In an era where all it takes is good technology to bring people closer, irrespective of language barriers, a Bengaluru-based startup has invented a speech recognition technology for Indians to communicate in regional languages.
The startup, Liv.ai, developed by Subodh Kumar, Dr Sanjeev Kumar and Kishore Mundra, says that their technology will enable people to use their voice-to-text on apps such as Facebook and WhatsApp while speaking in their mother tongue.
Currently, the technology supports nine languages viz English, Hindi, Bengali, Punjabi, Marathi, Gujarati, Kannada, Tamil, Telugu and Malayalam.
On what triggered the idea, Subodh Kumar, one of the co-founders told DNA that they saw the opportunity in artificial intelligence. “Our mission is to free up the human minds by automating routine tasks and increasing human productivity in complex tasks. Another motivation to start Liv.ai was the inability to communicate with the machines in our own language. We want to make machines more humane so that our communication with them is as natural and stress-free as possible,” he said.
Kumar adds that not everyone in India is not proficient in English, but the technology ecosystem has been built around the language. “We realised that global solutions may not work here and thus we envisioned solution specific to India.”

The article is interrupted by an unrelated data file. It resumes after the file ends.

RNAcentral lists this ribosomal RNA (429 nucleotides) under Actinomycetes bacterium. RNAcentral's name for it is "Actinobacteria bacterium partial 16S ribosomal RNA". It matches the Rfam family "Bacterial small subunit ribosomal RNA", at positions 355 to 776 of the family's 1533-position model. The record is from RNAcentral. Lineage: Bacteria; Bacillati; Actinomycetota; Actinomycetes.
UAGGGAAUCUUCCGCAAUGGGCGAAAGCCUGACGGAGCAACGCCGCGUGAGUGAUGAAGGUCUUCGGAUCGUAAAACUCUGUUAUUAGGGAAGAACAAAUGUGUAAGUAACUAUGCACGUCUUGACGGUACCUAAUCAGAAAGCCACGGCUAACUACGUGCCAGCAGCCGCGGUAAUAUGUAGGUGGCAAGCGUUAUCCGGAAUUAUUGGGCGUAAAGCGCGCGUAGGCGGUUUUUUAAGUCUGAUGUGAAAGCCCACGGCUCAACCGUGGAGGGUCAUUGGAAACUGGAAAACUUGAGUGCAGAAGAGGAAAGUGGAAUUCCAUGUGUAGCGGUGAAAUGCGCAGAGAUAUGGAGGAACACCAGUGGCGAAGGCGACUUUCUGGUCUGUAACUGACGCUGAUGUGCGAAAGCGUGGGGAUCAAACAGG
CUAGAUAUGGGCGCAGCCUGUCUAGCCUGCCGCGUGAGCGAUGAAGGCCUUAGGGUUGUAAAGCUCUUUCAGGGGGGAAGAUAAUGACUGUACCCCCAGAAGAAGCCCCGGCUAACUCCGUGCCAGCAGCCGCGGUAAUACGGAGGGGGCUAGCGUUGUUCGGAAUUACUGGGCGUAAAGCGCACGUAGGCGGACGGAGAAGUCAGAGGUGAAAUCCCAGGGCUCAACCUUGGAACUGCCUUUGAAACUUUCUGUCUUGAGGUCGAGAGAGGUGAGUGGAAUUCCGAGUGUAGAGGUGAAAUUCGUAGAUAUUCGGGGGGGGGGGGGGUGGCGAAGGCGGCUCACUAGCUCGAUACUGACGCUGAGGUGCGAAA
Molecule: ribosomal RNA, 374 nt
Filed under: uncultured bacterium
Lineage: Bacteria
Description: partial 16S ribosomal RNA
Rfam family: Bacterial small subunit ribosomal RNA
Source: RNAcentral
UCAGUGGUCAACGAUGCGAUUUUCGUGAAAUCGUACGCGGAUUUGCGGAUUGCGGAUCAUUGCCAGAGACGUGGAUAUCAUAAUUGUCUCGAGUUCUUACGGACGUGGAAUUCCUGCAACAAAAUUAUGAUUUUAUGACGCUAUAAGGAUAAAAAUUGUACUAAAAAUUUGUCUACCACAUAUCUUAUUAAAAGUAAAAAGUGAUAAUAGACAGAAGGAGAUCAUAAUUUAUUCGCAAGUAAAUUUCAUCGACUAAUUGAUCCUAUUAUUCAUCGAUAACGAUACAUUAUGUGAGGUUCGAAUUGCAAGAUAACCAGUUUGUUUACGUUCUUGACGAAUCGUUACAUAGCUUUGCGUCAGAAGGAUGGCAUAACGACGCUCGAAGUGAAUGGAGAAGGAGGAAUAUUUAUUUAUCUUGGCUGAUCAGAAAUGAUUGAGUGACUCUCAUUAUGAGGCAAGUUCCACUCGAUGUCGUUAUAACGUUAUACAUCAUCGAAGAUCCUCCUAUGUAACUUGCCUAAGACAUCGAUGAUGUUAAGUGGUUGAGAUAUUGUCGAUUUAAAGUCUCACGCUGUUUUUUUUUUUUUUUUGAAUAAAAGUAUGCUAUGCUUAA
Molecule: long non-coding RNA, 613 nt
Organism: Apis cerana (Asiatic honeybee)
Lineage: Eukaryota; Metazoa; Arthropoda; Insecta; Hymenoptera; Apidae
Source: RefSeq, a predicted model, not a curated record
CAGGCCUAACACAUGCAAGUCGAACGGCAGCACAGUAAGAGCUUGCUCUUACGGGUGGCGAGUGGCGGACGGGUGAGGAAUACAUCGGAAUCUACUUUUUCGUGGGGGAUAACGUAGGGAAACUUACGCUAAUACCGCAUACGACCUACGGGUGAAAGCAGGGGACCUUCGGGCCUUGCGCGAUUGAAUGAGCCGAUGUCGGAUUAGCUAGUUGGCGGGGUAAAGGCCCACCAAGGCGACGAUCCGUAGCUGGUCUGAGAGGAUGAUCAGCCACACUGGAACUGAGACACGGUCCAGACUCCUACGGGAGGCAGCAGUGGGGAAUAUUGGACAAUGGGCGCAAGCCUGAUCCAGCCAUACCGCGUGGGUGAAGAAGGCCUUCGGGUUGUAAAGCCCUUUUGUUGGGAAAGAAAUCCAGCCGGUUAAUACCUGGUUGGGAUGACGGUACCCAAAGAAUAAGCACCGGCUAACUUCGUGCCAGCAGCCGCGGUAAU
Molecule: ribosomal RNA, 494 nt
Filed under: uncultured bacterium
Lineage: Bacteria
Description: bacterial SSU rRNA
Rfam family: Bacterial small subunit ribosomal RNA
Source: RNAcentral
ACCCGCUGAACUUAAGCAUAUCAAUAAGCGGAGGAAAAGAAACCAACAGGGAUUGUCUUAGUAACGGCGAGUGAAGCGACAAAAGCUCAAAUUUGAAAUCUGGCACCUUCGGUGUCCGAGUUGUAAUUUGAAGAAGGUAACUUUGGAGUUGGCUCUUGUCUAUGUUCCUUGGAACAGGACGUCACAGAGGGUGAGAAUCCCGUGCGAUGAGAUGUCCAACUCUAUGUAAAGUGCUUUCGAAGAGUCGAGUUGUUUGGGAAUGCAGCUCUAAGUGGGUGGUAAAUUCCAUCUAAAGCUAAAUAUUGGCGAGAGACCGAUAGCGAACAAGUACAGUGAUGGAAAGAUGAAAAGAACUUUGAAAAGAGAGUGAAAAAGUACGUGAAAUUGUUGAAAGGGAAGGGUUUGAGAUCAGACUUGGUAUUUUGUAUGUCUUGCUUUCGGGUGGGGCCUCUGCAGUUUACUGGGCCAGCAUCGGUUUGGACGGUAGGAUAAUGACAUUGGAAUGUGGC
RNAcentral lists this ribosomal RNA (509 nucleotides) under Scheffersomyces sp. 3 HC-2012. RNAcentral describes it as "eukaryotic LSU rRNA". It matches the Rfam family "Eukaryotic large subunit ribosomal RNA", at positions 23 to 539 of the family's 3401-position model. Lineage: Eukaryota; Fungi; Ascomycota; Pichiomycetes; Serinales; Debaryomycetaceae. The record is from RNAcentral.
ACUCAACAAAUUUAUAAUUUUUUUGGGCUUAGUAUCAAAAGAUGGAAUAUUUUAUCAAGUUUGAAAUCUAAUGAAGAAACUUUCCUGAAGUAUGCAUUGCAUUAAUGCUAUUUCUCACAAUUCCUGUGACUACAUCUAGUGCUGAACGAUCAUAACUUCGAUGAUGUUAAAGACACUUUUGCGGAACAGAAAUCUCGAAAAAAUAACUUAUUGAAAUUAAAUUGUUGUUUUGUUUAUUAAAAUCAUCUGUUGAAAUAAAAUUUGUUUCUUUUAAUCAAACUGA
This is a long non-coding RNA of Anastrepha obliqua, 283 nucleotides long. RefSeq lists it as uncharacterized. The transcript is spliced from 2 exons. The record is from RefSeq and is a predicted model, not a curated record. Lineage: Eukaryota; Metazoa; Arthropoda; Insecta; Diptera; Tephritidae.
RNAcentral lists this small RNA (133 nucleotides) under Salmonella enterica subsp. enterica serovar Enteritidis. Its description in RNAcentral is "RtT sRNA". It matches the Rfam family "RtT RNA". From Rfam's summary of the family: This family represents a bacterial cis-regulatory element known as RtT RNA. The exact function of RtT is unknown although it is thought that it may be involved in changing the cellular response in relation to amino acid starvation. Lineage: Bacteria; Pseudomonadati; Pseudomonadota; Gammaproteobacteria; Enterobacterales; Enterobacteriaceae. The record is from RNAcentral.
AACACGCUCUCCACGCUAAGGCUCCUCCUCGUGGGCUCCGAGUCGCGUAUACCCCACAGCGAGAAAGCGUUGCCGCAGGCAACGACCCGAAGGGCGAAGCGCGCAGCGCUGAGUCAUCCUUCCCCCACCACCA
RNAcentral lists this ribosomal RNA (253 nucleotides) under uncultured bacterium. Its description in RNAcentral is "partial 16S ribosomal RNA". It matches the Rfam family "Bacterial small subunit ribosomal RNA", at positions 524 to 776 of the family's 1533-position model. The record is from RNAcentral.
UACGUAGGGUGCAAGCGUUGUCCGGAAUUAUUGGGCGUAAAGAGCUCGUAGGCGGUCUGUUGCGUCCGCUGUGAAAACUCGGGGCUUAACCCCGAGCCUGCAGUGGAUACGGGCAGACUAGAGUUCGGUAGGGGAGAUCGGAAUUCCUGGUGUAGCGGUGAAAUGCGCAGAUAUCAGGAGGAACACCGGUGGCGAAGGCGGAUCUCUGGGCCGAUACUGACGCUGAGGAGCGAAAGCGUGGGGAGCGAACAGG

Kumar adds that their technology’s prime focus is on Indian languages, which gives them an advantage over Google Translate. “We support all major Indian languages and accents with very high accuracy. Our tech works well with telephonic and other kind of noise as well. In addition, we have collected a lot of data from all parts of India and we are constantly improving our tech with feedback. This takes care of the different accents,” he added.
Kumar admits that while the road has been tough, it’s bringing in rewards. “We have seen traction from multiple domains including e-commerce, speech analytics, robotics and consumer apps. The Central Government has also lauded our system, and has even expressed interest in working with us,” he said.
Kumar also shrugged of Tesla CEO Elon Musk’s statements on the dangers of artificial intelligence. “Musk may be right, but we also need to remember that it’s in its early years. AI is still crawling and it’s miles before it’ll be taking gigantic strides into our lives,” he added.
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